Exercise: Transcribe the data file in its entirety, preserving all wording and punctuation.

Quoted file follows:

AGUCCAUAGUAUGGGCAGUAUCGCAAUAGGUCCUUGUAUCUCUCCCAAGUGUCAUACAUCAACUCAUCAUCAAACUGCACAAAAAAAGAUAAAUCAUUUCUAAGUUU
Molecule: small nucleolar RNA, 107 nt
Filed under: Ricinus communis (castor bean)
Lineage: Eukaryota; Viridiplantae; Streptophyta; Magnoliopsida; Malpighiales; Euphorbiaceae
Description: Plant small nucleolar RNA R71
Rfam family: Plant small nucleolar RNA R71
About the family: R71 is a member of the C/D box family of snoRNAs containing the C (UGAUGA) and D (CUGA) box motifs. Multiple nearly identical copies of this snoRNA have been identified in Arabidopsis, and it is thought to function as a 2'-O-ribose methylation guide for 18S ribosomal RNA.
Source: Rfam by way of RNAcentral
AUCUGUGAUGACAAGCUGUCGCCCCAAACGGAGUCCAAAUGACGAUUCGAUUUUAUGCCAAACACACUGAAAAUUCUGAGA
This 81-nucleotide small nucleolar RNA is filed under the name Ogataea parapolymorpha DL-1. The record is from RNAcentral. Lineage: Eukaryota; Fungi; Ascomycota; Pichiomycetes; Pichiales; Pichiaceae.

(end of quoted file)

AGUCCAUAGUAUGGGCAGUAUCGCAAUAGGUCCUUGUAUCUCUCCCAAGUGUCAUACAUCAACUCAUCAUCAAACUGCACAAAAAAAGAUAAAUCAUUUCUAAGUUU
Molecule: small nucleolar RNA, 107 nt
Filed under: Ricinus communis (castor bean)
Lineage: Eukaryota; Viridiplantae; Streptophyta; Magnoliopsida; Malpighiales; Euphorbiaceae
Description: Plant small nucleolar RNA R71
Rfam family: Plant small nucleolar RNA R71
About the family: R71 is a member of the C/D box family of snoRNAs containing the C (UGAUGA) and D (CUGA) box motifs. Multiple nearly identical copies of this snoRNA have been identified in Arabidopsis, and it is thought to function as a 2'-O-ribose methylation guide for 18S ribosomal RNA.
Source: Rfam by way of RNAcentral
AUCUGUGAUGACAAGCUGUCGCCCCAAACGGAGUCCAAAUGACGAUUCGAUUUUAUGCCAAACACACUGAAAAUUCUGAGA
This 81-nucleotide small nucleolar RNA is filed under the name Ogataea parapolymorpha DL-1. The record is from RNAcentral. Lineage: Eukaryota; Fungi; Ascomycota; Pichiomycetes; Pichiales; Pichiaceae.